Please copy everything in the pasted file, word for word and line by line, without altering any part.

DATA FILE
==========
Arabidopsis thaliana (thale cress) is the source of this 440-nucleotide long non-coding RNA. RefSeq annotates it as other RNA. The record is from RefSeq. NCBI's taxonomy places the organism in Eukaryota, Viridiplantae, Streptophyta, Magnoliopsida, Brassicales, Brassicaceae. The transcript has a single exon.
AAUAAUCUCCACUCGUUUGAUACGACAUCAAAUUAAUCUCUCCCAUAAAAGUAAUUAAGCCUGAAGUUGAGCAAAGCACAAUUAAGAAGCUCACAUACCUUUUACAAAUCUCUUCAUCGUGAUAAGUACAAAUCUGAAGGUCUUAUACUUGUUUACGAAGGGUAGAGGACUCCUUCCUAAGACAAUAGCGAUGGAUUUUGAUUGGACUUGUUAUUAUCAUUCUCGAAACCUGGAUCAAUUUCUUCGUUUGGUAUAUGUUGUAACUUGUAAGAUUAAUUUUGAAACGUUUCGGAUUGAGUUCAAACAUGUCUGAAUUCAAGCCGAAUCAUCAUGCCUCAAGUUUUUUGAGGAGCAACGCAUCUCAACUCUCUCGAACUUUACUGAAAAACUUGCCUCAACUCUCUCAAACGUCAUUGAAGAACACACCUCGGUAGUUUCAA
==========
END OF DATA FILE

Arabidopsis thaliana (thale cress) is the source of this 440-nucleotide long non-coding RNA. RefSeq annotates it as other RNA. The record is from RefSeq. NCBI's taxonomy places the organism in Eukaryota, Viridiplantae, Streptophyta, Magnoliopsida, Brassicales, Brassicaceae. The transcript has a single exon.
AAUAAUCUCCACUCGUUUGAUACGACAUCAAAUUAAUCUCUCCCAUAAAAGUAAUUAAGCCUGAAGUUGAGCAAAGCACAAUUAAGAAGCUCACAUACCUUUUACAAAUCUCUUCAUCGUGAUAAGUACAAAUCUGAAGGUCUUAUACUUGUUUACGAAGGGUAGAGGACUCCUUCCUAAGACAAUAGCGAUGGAUUUUGAUUGGACUUGUUAUUAUCAUUCUCGAAACCUGGAUCAAUUUCUUCGUUUGGUAUAUGUUGUAACUUGUAAGAUUAAUUUUGAAACGUUUCGGAUUGAGUUCAAACAUGUCUGAAUUCAAGCCGAAUCAUCAUGCCUCAAGUUUUUUGAGGAGCAACGCAUCUCAACUCUCUCGAACUUUACUGAAAAACUUGCCUCAACUCUCUCAAACGUCAUUGAAGAACACACCUCGGUAGUUUCAA